1997 TOYOTA PASEO CONVERTIBLE
by Matt/Bob Hagin
Manufacturer's Suggested Retail Price $ 16,728
Price As Tested $ 19,600
Engine Type 1.5 Liter I4 w/EFI*
Engine Size 91.3 cid/1497 cc
Horsepower 93 @ 5400 RPM
Torque (lb-ft) 100 @ 4400 RPM
Transmission Five-speed manual
Curb Weight 2275 Pounds
Fuel Capacity 11.9 gallons
Tires (F/R) 185/60R14
Brakes (F/R) Front disc/rear drum
Drive Train Front-engine/front-wheel-drive
Vehicle Type Four-passenger/two-door convertible
Domestic Content 10 percent
Coefficient of Drag (Cd.) N/A
EPA Economy, miles per gallon
0-60 MPH 10 seconds
1/4 Mile (E.T.) 17.5 seconds @ 78 mph
Top-speed 105 mph
* Electronic fuel injection
(Springtime is convertible time and this week the Hagin father-and-son team get to cruise in the cute, non-threatening Toyota Paseo drop-top. Father Bob is reminded of earlier times but Matt doesn't think an open car fits into his lifestyle anymore.)
BOB - This little Toyota convertible is as cute as a puppy, Matt, and just about as friendly. The first thing I did when it was my turn behind the wheel was to flip back the top, and while it isn't power- operated, it sure wasn't much trouble to unsnap it and push it back with one hand. Fortunately, the windshield has a pretty steep rake to it, so the wind didn't beat me to death when I drove around town in it.
MATT - I hate to say it, Dad, but I think I'm past all that. The minuscule back seat of this Paseo is too small for anyone except a couple of my pre-teen nieces or nephews, and it's too small for us to lash in the baby's seat. The trunk is just about the right size for a diaper bag - but not much else. But the interior is pretty well thought out and it has more pockets and cubby holes than a rabbit warren. The front bucket seats are very well put together and a definite upgrade from the utilitarian Tercel two-door sedan that is the platform basis for the Paseo. But it uses the same engine and transmission combination as the Tercel and at only 93 horses, it's a bit underpowered. If the 1.5 liter engine was just a bit bigger, maybe bored out to 1800 c.c's, and developed another 10 horses, it would be just about right.
BOB - You've got to remember that it isn't a sports car just because you can drop the top, Matt. Underneath the swoopy body style and the fancy 14-inch alloy wheels there lies the soul of a small around-town sedan. Both the hard-top and convertible Paseos are attractive to buyers who go for more styling than the average econobox provides, but want small-car urban maneuverability, good fuel economy and Toyota reliability. And even though it's got conventional MacPherson struts up front and a beam axle in back, it's nimble enough on winding roads to be fun to toss through the turns, without leaning over on the door handles. The Toyota engineers have built in just enough understeer so that an overanxious pubescent driver won't get into more trouble than he or she can easily get out of. The engine is indeed small, but it's high-tech enough to offer twin-cams and four valves per cylinder. And I'm really thankful that we got one with the slick five-speed manual transmission. I think it would be pretty anti-climactic to chauffeur this sassy red rag-top around with a mush-o-matic.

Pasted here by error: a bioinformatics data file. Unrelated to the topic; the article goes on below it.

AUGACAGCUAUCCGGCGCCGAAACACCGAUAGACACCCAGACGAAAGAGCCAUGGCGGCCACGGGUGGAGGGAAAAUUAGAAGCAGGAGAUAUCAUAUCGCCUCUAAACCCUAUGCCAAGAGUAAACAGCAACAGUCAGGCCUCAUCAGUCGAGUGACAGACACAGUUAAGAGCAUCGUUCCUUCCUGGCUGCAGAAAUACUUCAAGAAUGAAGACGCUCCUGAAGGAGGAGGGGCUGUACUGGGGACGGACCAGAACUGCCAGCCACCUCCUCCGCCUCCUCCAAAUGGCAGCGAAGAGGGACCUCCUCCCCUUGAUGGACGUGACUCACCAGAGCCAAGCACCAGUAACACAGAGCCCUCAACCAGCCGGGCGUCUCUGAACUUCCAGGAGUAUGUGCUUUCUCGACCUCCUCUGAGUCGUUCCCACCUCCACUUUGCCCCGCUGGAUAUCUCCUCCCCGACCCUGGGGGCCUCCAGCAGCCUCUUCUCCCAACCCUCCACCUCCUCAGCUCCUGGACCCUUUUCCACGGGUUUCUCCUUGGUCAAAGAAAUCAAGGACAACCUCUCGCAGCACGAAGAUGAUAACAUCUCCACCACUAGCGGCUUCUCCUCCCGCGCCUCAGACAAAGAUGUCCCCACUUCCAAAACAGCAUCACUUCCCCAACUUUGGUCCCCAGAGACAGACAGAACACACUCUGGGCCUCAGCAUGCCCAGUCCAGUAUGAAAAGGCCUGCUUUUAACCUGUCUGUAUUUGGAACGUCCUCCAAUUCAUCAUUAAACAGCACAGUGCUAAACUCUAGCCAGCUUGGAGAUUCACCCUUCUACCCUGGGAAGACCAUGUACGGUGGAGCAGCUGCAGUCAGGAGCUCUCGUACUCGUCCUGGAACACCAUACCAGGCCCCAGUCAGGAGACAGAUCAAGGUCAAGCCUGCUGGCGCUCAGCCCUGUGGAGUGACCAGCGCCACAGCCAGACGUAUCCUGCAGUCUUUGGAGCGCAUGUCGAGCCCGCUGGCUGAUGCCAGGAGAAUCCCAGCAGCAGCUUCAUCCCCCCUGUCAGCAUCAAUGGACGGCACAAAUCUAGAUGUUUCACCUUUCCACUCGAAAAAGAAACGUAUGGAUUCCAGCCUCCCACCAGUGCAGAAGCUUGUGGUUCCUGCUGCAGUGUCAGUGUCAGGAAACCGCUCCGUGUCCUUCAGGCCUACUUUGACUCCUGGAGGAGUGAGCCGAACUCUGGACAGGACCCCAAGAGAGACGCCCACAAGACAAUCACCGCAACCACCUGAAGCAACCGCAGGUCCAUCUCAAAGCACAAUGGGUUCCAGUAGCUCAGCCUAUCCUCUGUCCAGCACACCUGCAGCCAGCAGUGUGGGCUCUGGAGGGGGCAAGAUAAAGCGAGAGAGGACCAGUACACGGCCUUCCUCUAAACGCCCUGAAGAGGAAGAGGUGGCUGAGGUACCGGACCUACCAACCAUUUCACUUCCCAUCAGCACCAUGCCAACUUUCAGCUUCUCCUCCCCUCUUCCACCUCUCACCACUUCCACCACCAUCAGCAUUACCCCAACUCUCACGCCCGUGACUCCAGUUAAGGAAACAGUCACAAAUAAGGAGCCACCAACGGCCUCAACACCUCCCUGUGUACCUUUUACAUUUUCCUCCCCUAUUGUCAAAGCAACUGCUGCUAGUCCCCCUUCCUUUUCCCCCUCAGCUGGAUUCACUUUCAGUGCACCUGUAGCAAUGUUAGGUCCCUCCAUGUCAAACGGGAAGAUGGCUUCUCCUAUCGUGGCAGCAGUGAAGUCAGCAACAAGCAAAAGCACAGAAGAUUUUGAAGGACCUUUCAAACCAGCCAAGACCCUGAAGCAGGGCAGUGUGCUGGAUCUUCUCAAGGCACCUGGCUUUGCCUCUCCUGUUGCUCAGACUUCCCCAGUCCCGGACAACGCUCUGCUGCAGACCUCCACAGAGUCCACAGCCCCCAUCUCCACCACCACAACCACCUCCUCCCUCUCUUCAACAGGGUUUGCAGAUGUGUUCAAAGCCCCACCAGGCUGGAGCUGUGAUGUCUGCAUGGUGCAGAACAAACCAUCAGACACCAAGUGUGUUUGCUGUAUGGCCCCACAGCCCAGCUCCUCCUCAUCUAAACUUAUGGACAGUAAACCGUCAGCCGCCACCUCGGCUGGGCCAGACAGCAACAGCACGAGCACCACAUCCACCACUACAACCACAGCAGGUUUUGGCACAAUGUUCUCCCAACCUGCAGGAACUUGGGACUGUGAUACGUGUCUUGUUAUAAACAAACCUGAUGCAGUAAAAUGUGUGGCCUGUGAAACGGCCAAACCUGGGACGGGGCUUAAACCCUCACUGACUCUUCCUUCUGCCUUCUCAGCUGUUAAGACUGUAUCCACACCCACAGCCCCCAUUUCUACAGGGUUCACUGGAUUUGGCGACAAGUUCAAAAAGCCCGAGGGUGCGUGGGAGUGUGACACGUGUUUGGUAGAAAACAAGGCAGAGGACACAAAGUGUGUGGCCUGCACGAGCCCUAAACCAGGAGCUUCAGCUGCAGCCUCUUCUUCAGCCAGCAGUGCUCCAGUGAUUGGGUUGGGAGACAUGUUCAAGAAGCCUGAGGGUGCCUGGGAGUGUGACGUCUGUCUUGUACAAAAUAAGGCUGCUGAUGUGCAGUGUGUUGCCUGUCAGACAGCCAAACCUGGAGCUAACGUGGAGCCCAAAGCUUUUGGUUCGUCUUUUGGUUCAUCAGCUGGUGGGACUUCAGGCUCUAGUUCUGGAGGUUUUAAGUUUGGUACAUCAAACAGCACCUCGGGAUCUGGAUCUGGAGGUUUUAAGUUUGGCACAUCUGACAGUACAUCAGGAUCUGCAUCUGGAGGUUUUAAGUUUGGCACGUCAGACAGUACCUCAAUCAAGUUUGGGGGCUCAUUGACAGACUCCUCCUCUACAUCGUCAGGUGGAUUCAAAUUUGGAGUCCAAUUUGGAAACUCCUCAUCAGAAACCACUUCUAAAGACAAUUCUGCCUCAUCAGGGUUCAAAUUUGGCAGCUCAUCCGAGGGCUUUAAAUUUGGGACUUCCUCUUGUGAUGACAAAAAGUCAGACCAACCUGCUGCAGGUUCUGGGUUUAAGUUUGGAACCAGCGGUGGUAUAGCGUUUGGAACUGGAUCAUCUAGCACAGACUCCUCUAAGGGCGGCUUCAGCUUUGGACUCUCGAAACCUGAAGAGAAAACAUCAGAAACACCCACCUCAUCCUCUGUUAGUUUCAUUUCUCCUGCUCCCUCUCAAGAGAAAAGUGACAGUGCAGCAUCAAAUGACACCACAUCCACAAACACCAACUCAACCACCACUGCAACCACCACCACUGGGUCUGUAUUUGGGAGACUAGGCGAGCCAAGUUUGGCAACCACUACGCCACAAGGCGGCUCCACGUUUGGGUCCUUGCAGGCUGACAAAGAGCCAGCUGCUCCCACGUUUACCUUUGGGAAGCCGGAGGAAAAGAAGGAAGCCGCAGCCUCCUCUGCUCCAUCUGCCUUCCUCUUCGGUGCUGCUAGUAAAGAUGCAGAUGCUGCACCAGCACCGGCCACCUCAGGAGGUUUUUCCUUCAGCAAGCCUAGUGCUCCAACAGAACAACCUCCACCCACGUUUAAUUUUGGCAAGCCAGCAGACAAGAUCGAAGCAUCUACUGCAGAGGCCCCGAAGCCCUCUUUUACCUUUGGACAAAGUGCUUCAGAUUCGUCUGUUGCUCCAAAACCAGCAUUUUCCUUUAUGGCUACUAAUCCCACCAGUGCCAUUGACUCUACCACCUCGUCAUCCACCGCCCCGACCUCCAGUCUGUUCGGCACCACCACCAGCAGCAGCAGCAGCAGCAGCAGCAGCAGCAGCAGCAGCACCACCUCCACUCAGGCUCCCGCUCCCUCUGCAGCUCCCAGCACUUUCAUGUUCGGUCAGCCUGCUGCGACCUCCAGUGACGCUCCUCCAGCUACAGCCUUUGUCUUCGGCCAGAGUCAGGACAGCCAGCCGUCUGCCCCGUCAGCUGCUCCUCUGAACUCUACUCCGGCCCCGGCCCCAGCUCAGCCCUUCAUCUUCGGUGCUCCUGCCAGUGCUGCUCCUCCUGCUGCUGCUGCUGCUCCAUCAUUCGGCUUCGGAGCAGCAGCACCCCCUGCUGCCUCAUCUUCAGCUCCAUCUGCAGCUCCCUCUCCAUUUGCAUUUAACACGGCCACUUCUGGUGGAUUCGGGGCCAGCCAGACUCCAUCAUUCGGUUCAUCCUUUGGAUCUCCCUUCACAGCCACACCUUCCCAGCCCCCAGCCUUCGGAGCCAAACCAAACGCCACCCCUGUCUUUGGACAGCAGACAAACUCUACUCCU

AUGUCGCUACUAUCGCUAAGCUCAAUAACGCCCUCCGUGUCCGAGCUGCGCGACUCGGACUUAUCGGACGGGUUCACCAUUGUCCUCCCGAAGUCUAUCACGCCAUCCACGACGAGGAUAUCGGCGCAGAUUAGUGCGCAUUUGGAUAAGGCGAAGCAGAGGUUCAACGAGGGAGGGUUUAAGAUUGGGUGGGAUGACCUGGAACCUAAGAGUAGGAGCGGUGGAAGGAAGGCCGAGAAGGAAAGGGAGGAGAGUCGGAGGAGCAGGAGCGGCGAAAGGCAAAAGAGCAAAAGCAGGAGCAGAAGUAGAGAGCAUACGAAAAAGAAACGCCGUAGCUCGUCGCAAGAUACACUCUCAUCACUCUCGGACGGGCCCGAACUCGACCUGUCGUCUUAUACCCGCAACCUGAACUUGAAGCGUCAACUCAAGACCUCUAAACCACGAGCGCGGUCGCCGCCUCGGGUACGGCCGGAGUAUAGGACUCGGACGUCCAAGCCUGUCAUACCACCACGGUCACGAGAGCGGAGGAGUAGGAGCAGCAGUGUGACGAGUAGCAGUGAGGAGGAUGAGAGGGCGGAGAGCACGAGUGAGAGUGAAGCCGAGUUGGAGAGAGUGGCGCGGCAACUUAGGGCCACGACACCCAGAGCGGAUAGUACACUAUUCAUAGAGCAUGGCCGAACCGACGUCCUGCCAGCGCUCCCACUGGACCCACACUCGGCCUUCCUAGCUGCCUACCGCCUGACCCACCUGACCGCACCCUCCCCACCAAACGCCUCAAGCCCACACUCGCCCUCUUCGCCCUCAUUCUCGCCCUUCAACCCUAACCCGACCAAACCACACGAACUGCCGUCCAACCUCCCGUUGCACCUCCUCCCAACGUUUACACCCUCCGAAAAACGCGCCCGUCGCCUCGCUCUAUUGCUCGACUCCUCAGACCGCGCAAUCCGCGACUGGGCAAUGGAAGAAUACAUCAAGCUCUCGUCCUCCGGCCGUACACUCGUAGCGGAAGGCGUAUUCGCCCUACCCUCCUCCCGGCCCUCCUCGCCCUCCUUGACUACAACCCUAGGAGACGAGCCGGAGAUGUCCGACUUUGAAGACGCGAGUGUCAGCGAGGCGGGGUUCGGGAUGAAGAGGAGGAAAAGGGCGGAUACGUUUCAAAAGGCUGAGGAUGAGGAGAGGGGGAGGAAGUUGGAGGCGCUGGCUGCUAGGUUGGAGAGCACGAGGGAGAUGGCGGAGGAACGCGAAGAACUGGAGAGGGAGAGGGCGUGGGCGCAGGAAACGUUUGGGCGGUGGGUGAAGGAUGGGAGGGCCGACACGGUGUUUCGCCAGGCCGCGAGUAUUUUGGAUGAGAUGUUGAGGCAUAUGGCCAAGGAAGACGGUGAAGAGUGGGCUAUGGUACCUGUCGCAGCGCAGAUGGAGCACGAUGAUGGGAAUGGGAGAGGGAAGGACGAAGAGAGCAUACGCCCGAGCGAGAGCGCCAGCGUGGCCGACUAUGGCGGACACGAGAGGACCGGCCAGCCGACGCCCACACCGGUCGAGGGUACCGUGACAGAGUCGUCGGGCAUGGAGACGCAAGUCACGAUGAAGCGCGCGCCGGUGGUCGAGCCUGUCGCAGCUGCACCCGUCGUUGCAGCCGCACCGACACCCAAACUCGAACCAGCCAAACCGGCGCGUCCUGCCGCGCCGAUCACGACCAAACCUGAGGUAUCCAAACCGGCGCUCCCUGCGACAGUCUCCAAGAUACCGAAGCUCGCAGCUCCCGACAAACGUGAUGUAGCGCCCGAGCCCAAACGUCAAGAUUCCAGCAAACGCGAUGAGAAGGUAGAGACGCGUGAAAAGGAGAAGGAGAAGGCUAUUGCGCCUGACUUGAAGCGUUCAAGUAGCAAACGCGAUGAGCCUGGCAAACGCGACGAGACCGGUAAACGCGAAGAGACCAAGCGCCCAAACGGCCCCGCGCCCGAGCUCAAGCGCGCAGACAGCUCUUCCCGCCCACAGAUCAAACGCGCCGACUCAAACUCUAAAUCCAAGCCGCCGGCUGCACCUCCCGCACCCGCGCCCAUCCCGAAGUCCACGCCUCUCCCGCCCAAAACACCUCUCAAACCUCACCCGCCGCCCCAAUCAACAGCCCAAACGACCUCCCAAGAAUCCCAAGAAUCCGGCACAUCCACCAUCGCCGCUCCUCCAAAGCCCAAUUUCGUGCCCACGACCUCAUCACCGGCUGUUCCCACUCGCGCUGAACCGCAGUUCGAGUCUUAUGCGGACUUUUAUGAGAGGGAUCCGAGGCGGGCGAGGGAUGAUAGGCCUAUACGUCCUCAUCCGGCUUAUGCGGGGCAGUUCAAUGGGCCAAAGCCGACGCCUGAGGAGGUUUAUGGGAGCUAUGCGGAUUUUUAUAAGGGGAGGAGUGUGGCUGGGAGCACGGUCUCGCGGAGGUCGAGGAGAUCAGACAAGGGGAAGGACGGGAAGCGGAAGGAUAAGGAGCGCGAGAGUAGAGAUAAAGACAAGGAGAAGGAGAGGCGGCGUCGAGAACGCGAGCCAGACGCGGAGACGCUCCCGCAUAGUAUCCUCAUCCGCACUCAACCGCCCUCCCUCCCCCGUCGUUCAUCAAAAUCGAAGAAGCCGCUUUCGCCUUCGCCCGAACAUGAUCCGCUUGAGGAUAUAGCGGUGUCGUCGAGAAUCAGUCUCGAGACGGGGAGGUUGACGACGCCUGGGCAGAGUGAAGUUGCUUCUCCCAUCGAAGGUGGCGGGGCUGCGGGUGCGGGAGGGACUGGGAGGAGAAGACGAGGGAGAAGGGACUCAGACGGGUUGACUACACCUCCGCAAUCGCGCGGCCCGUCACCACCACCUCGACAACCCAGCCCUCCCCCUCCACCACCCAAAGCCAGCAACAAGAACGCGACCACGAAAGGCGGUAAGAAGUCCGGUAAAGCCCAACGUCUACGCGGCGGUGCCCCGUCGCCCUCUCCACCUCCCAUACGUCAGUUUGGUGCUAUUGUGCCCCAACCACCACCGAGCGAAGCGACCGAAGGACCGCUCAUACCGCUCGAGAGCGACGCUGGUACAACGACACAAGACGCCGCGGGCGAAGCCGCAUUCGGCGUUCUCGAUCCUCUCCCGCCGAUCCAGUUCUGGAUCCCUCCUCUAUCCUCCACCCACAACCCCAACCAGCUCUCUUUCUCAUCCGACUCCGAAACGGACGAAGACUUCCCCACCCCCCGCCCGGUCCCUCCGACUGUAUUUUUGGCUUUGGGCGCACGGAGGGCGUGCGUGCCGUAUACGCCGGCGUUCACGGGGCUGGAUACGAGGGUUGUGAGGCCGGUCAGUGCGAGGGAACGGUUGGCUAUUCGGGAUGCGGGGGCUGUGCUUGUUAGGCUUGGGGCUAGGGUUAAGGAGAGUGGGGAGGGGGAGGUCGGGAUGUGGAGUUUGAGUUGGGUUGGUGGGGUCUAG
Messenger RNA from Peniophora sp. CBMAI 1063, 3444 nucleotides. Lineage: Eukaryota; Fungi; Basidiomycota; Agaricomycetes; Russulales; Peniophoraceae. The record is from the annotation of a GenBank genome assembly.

MATT - The Paseo convertible starts life as a partially-assembled coupe which has had some additional body bracing installed. It's then shipped to American Sunroof Corporation in Southern California, where craftsmen chop off the lid, install the convertible top, then do the rest of the trim-out. The coupe itself starts out life a bit on the heavy side for such a small car and the convertible top bracing and hardware adds another 150 pounds. This brings it up to a 2275 pound curb weight. And you're right about it not being a sports car, Dad. The 0-to- 60 time is 10 seconds flat and the top speed is listed at 105 MPH, but it would take a little time to get there. Our car came with cruise control and according to the Toyota brochure we got with it, a buyer can get either an anti-skid brake system or cruise control, but not both.
BOB - Of the two I think I'd go for the safety of the ABS over the convenience of the cruise control since this car isn't the kind that a customer would buy to make regular long-distance highway runs between major metropolitan areas. At best, its practicality would be found in commuting and driving around town and in these situations, a driver needs all the safety advantages possible. Even though this Paseo convertible is pretty much a fair-weather friend, driving it for a week was great. It took me back 50 years to the times when I'd slide up to Lake Temescal in the Oakland hills in my first car. It was a convertible, too, and it seems like it was only yesterday.
MATT - As I keep telling you, Dad, back then all those high-wheel horseless carriages were convertibles.